5 Big Questions: Part 4

Questions every youth pastor needs to ask
  1. How can I successfully come into an already established youth program and take over? How can I replace a youth ministry without the ministry suffering?

This is a great and tricky question to answer, because it’s a bit based on you, your personality, and what kind of established program you stepped into. If the transition was good and healthy and things are moving along, then I would start by watching, asking questions, and listening to how they do things. However, if it’s been messy, unhealthy, and/or broken, then you may need to act sooner and implement change because you just can’t wait. Regardless of the situation, I think the healthy approach is to find the middle between who you are and who they are. Every pastor will leave an imprint on the program; it’s bound to happen. Not every imprint is bad, and in the same way, new imprints are also not bad. Everyone knows things will be different, but you don’t need to be different just for difference’s sake. 

  1. Why do most youth pastors burn out within a year of signing on?

Honestly, I think there are two reasons, and they come from what I’ve seen over 18 years of ministry. 

The first is that they really have no clue what a youth pastor actually does. They think it’s all events and they don’t see the administration, schedules, parent calls, and late night freak-outs. Often, their internship is an over-glorified volunteer leader position, and not actually a safe taste of real youth ministry. 

The second one is tougher, and I don’t say this lightly, but I think the big reason is that they are actually not called into ministry. I’ve seen so many people think it would be fun to be a youth pastor only to bail when it gets hard. All that time and money at school seems to be washed away with the first road bump, and I think it comes down to calling. If you’re called, your IN, period. There are no questions nor doubts. The natural question is, “How do you know if you’re called?” and that’s a hard one to answer, but if I could try, I would say someone who is called can’t imagine doing or being anywhere else. It doesn’t mean they will always be happy or like it, but no matter what happens, they’re not going anywhere.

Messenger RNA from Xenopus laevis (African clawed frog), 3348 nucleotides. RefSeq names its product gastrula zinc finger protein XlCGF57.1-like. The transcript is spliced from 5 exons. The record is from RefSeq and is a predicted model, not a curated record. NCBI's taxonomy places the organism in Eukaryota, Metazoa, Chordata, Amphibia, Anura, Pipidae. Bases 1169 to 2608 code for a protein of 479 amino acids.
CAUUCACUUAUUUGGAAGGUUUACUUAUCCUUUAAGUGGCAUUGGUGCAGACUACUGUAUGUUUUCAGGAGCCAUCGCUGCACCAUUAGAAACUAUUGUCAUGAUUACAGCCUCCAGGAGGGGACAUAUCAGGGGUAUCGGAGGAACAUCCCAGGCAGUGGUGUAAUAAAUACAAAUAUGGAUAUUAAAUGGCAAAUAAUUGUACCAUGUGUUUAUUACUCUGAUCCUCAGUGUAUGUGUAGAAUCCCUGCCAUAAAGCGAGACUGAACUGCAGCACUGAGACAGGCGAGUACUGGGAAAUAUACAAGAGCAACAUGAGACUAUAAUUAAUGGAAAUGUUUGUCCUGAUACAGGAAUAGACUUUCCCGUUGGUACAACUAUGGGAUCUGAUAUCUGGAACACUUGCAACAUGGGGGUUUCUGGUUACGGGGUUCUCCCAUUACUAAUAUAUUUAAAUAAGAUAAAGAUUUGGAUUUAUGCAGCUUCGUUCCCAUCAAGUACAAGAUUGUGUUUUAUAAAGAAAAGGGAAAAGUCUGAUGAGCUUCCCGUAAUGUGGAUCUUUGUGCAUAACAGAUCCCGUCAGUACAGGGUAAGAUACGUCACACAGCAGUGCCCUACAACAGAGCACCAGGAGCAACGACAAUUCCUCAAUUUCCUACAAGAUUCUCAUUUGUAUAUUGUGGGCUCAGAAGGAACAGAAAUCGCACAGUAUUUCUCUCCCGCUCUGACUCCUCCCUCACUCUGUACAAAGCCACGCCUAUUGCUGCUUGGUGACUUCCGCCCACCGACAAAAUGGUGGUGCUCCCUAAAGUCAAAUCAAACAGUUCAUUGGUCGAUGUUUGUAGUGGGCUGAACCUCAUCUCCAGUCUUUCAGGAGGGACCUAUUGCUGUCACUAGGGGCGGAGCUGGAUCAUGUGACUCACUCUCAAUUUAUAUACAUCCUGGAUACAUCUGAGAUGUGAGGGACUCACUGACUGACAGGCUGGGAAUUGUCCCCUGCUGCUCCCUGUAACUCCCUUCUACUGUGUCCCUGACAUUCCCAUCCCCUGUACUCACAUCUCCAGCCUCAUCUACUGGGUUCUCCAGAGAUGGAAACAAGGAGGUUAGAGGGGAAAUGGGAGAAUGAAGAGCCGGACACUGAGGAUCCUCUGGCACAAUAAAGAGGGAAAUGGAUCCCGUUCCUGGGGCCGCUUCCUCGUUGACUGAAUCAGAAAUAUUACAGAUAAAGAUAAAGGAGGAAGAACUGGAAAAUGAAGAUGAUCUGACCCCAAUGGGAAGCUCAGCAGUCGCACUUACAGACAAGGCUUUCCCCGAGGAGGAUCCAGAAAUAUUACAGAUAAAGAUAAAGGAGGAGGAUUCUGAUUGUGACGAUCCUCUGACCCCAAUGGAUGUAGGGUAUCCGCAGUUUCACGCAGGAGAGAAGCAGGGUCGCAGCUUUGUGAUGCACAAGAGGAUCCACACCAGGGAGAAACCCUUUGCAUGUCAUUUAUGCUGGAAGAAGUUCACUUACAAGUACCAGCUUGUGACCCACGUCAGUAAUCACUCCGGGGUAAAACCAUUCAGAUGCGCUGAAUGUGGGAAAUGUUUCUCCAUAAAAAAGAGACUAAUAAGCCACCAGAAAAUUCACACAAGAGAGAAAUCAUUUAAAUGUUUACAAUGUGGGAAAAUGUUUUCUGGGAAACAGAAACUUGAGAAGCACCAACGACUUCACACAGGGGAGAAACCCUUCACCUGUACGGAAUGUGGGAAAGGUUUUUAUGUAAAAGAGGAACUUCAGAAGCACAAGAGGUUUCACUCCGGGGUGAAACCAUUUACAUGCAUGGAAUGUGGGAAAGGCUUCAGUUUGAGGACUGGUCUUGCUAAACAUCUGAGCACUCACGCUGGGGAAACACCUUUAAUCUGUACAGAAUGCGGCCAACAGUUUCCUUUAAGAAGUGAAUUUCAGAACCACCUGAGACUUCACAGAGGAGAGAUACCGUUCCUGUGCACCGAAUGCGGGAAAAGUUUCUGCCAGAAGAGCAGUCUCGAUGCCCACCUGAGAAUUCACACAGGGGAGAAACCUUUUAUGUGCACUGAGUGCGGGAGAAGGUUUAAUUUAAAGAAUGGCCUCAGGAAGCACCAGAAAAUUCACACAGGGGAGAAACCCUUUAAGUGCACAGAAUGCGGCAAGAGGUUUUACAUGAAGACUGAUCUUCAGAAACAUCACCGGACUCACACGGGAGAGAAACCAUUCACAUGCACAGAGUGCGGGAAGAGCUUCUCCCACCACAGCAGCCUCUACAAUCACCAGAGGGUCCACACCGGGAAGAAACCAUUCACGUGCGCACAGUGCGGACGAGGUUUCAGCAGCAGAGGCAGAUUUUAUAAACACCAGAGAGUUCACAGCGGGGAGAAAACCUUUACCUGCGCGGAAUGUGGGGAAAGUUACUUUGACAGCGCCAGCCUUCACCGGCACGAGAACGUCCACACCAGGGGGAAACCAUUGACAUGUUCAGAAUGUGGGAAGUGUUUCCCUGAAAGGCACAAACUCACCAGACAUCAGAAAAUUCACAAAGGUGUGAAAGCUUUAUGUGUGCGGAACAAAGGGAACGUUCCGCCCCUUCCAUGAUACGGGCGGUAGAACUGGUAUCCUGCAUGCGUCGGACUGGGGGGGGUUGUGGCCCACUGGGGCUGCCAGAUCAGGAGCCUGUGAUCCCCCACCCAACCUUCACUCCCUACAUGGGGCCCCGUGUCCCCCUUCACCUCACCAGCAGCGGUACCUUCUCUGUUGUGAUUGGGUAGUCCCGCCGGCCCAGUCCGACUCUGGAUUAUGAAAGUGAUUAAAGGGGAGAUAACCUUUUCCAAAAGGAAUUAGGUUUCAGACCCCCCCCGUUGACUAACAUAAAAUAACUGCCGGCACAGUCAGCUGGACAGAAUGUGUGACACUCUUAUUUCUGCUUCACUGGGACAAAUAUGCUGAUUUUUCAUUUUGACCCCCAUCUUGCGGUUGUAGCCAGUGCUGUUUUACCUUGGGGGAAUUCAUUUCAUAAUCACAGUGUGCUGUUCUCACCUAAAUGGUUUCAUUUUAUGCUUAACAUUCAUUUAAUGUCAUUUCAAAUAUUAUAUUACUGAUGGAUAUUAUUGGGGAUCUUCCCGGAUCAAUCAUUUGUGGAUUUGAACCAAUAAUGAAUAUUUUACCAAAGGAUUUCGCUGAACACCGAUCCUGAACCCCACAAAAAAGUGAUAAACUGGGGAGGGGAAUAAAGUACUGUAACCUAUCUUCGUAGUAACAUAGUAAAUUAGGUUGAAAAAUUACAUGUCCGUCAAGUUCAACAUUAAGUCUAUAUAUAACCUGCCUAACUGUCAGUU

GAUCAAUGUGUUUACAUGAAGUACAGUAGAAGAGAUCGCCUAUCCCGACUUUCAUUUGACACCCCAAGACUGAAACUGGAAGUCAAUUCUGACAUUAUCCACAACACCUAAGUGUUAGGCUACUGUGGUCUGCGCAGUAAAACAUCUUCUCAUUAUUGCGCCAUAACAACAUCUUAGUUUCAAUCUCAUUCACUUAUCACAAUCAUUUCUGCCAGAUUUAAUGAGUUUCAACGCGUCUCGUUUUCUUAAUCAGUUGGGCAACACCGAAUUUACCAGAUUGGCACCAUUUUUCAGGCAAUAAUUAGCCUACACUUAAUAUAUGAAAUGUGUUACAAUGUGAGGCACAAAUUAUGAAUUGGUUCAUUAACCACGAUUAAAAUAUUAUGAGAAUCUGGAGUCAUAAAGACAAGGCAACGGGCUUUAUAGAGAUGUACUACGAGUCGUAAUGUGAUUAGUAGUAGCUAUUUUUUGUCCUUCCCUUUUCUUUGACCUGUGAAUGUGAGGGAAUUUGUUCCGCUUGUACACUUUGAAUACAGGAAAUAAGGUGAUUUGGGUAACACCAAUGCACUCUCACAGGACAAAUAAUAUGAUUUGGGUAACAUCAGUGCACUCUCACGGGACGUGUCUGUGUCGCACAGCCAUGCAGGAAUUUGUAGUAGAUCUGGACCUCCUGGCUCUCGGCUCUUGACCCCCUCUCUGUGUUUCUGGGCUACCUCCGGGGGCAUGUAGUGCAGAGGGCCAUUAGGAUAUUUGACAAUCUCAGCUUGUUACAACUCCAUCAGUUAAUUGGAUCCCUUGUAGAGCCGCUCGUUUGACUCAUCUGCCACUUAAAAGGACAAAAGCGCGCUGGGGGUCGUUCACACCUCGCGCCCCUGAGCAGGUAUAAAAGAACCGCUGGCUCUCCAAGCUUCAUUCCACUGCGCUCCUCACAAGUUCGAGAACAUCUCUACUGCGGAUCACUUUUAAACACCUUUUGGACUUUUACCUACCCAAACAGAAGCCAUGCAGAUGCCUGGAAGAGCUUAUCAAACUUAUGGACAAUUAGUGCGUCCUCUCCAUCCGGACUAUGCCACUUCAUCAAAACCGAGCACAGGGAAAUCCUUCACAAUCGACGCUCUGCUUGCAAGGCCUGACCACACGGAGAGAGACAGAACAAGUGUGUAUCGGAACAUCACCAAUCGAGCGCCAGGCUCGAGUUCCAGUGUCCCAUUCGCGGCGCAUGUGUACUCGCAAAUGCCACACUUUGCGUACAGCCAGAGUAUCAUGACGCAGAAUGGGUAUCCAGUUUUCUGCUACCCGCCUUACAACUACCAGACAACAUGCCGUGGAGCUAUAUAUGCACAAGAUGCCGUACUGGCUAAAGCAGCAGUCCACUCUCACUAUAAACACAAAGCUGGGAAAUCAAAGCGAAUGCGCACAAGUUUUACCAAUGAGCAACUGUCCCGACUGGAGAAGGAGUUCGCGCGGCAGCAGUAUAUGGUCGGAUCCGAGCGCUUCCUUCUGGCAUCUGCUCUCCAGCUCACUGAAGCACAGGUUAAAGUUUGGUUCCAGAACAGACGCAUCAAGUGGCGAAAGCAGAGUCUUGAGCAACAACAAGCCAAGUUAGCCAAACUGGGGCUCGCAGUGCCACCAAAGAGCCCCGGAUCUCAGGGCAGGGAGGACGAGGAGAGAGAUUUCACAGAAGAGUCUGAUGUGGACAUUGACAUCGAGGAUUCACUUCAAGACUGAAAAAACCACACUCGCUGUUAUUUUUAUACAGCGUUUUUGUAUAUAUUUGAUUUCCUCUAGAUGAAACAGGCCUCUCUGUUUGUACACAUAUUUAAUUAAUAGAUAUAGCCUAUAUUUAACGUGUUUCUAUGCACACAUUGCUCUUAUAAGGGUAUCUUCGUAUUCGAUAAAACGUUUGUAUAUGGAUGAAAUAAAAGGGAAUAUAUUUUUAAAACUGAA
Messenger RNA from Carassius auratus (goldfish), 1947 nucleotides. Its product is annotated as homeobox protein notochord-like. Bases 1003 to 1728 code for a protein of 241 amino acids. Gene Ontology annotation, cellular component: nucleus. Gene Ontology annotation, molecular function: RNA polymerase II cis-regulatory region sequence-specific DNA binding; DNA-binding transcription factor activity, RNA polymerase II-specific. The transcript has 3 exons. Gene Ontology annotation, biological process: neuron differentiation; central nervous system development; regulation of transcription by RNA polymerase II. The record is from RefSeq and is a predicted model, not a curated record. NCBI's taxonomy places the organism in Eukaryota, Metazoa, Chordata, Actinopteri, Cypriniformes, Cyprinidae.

1. What is the most fulfilling aspect of doing youth ministry?

For me, the two great joys of being a pastor are getting to baptize students (that 100% never gets old) and seeing a leadership student pass on what they have learned to the next generation, without your prompting. 

  1. What are some things to look for when selecting a church to be a youth pastor for?

Here is my list of questions to ask the church in no particular order:

  • Is your church budget heathy?
  • How will you help meet/protect my family life?
  • What’s your vision for the youth group?
  • Where are you headed as a church?
  • What are
  • your 3 biggest strengths and weaknesses as a church?
  • Has the Sr. Pastor ever mentored someone?
  • What will my compensation package look like?
  • Can I ask 3 students and 3 leaders about this youth group?
  1. What are some of the necessary characteristics of a successful communicator to youth?

Outside of their actual ability to speaking, one must hold some level of student attention. I think the most important thing to look for is authenticity. I’ve watched students time and time again lose interest in the “perfect speaker” because they come across as perfect. When you stand up in front of kids and are just yourself, the same you as when your off stage, that’s when you get their attention. Authenticity breeds attention. The question is, now that you have their attention, what are you going to do with it?

back to the archive 

Jesse Signiture
If you would like to know more about this topic or learn how to implement this in your youth program feel free to contact me.

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